Monday, September 19, 2011

Genealogy Webinars

There are many genealogy webinars available on Internet.  You need to plan in advance to attend them at their specific day and time.  Some are free and some cost to attend.  However, you don't to fill up the car with gas, get airplane or train tickets, reserve rooms ... they are brought to you on your computer.

Michael John Neill has announced his Genealogy Webinars.  One started yesterday, but you are in luck because there are still webinars scheduled through October 16th.  Michael is an excellent speaker and very knowledgable about genealogical research.  You can keep up with his research ideas and tips at his blog, RootDig.com.  He also writes  Casefile Clues, a subscription newsletter,  delivered to your e-mail address weekly.  I particularly enjoy his blog, Genealogy Tip of the Day, which provides a very quick read about a genealogy topic.  Do you have problems reading old documents?  Check in with Michael at his blog, Daily Genealogy Transcriber.  Another blog he writes is Search Tip of the Day.  You will want to check out all of them as they are beneficial to researchers.

The schedule for the remaining webinars that he presents:
Two German Women in Illinois - 23 September
Seeing Patterns and Organizing Information - 25 September
Determining Your Own Migration Trail - 1 October
Introduction to Federal Land States - 16 October

There is a fee of $4.25 for each webinar and you will also receive a PDF handout several days before the seminar, along with instructions.  All of this information can be found at Genealogy Webinars with Genealogist Michael John Neill.

Check out the webinar schedule and learn from Michael John Neill.  He is one of the best!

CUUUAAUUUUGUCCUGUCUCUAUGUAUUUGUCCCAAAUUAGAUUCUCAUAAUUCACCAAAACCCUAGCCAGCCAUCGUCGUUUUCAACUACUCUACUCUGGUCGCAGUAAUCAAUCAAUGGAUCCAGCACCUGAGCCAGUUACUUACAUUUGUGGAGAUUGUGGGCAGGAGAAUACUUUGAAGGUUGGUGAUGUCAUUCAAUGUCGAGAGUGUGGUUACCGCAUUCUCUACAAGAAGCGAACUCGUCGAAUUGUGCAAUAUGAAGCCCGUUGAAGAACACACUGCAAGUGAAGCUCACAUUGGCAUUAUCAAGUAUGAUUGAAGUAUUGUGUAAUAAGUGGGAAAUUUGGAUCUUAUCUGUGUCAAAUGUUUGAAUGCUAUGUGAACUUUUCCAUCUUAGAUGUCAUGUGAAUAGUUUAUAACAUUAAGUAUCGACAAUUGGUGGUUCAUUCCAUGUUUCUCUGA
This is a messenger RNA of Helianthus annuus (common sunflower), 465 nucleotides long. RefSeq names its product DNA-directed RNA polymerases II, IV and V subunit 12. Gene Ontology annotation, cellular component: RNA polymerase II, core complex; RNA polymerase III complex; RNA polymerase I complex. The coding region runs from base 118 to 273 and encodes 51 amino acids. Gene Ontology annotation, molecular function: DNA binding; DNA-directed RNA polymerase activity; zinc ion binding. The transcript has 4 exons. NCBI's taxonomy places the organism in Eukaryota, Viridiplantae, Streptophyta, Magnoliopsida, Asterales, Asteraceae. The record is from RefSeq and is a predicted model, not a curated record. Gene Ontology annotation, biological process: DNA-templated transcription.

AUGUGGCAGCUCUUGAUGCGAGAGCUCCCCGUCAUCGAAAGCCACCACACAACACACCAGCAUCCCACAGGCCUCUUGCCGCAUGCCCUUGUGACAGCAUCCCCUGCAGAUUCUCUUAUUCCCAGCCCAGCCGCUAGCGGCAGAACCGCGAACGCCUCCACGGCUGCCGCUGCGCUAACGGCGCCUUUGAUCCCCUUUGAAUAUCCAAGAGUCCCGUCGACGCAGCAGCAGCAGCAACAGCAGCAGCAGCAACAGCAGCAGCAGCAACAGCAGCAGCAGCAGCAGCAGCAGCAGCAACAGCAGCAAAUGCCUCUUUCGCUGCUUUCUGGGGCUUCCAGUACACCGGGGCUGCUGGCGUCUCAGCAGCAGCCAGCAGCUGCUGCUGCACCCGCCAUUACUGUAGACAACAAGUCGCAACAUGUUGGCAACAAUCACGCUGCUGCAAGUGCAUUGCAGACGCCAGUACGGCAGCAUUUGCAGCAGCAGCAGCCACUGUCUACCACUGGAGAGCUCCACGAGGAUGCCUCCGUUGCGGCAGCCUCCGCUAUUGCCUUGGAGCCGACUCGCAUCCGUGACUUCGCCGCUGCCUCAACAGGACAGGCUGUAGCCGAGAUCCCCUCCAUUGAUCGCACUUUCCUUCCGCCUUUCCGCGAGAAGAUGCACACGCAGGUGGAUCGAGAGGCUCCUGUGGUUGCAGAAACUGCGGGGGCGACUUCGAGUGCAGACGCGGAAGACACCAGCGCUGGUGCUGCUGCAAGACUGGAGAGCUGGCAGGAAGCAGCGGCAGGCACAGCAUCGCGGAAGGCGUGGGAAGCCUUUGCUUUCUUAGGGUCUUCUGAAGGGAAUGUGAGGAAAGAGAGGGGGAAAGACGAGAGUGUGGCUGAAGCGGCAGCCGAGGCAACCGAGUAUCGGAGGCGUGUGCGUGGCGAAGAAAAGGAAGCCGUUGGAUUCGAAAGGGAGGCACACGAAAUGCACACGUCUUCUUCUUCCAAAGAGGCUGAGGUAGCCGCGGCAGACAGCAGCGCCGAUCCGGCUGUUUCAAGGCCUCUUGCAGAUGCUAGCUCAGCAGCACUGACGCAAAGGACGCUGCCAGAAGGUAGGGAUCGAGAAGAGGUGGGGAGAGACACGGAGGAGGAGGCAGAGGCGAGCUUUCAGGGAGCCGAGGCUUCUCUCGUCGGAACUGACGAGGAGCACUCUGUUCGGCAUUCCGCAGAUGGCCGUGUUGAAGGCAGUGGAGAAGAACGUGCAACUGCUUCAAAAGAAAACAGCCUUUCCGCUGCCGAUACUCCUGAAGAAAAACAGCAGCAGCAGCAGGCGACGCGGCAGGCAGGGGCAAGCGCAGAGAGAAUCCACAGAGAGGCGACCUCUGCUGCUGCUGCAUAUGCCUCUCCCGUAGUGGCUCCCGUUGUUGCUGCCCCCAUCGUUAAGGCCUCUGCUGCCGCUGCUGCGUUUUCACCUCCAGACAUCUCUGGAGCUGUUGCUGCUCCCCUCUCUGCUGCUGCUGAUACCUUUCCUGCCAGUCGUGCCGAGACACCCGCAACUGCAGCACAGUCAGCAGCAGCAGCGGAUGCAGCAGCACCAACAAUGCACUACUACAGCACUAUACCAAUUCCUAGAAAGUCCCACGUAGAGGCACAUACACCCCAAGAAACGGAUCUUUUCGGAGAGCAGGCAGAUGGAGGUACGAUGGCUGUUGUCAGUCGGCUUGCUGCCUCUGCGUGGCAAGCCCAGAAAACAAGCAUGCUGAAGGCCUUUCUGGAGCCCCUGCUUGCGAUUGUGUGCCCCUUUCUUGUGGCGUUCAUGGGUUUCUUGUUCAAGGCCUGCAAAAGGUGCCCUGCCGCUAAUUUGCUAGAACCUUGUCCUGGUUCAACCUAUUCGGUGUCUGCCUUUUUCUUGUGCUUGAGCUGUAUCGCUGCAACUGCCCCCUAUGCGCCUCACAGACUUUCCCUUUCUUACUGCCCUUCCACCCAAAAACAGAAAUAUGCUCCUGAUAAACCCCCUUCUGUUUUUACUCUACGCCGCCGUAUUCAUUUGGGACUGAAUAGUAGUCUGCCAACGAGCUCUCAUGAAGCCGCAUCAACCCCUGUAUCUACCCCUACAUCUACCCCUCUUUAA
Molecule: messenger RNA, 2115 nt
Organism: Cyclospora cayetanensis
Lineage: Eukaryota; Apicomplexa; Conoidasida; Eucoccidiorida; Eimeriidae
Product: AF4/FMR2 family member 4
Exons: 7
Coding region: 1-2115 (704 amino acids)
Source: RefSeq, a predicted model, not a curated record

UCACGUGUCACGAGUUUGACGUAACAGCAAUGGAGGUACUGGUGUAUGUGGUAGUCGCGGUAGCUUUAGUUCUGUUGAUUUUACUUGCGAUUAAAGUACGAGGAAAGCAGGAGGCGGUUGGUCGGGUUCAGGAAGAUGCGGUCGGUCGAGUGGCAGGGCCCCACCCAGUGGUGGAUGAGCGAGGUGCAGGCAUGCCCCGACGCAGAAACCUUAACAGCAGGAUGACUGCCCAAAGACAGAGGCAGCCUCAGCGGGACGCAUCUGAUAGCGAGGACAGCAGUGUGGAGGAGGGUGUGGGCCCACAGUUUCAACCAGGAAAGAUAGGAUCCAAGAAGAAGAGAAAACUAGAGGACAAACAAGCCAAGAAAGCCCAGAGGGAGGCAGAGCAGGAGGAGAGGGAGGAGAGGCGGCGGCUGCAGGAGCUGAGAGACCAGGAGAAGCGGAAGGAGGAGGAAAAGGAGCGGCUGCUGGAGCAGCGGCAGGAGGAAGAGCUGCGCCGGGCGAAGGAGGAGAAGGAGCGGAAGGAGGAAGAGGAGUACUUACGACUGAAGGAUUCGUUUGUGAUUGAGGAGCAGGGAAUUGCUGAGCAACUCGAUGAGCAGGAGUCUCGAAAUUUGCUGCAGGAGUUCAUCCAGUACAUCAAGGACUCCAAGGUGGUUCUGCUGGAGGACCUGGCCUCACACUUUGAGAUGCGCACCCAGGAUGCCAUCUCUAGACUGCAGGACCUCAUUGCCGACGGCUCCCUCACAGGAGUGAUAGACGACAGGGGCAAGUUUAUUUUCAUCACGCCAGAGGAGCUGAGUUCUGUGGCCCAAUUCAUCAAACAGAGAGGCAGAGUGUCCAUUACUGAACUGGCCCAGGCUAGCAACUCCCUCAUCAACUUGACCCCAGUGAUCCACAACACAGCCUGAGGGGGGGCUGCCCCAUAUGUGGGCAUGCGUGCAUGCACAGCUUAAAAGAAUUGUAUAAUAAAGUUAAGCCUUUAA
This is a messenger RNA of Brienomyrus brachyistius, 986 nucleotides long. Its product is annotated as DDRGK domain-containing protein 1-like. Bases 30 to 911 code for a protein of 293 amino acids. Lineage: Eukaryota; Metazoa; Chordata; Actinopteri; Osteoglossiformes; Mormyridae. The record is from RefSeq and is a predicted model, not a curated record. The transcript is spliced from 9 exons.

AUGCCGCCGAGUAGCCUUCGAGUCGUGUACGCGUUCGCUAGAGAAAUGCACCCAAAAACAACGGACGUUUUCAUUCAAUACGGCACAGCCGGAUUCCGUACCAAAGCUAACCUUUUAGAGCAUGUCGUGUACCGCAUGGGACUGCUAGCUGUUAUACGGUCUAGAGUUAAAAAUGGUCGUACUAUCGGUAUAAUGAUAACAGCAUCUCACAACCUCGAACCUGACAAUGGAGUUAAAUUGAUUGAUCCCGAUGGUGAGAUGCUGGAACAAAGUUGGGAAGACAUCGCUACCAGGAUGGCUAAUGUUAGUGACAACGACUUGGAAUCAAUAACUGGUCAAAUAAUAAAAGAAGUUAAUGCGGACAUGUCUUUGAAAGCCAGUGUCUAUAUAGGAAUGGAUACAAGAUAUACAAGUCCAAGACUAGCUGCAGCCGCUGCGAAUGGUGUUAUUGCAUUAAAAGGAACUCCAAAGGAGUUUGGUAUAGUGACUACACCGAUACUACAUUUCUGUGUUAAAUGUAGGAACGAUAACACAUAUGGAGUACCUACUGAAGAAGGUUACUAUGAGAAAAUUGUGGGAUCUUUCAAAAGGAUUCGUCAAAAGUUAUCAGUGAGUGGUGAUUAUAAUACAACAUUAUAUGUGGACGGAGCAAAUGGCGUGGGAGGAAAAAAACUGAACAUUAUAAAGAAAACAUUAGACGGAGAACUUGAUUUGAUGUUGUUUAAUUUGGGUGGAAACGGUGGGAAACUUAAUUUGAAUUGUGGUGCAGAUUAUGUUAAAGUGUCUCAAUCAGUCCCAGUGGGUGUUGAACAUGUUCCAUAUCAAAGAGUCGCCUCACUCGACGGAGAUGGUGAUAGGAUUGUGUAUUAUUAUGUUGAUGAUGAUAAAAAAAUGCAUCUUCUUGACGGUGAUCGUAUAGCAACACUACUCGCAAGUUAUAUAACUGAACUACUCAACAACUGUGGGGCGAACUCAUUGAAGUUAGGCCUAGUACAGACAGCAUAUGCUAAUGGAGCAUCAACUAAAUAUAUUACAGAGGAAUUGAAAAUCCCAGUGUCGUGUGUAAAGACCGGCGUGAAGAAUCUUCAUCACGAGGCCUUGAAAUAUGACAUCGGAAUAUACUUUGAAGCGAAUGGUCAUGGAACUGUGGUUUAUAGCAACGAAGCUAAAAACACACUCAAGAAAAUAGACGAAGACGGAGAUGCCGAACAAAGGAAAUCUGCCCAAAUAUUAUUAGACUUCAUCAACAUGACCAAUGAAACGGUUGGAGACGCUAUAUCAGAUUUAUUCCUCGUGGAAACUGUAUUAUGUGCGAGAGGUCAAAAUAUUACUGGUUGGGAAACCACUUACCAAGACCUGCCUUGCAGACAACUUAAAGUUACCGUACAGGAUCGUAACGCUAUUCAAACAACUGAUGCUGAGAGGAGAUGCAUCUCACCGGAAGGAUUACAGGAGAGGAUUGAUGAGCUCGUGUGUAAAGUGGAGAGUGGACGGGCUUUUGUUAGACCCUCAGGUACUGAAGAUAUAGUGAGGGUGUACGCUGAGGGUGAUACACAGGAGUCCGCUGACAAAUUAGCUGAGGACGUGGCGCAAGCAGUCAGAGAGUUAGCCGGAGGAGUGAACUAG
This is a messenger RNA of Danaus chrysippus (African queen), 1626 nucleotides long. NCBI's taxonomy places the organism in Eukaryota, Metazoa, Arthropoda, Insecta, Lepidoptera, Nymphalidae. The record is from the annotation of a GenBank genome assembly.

Friday, September 2, 2011

Finding City Directories

Salt Lake City, Utah 1869 Directory by Smith
Genealogists are adept at using federal and state census records, but often stop short of continuing their research in city directories.  Taken at various years and locations, city directories can supply interesting information, plus fill in gaps between census years.  There are many in transcription and/or digital format on Internet.  You can also find them in libraries, historical societies and archives.  The trick is to find them!

Miriam Midkiff's Online Historical Directories Website is a great place to start when looking for online directories.  There you will find links to city directories for the United States and other countries.  Not all states have complete listings because it is a work in progress.  Some of the links will take you to free sites for city directories and others to subscription sites.  The city directories are for a variety of years and may be city, county, town directories, as well as business and farm directories.

Doniphan County, Kansas Directory, 1868-1869 by Smith
When using the website, be sure you read Miriam's blog, Online Historical Directories,  for updates and interesting information about directories.  Her web page is always under construction as directories are located.  It's one of those you bookmark and remind yourself to check frequently.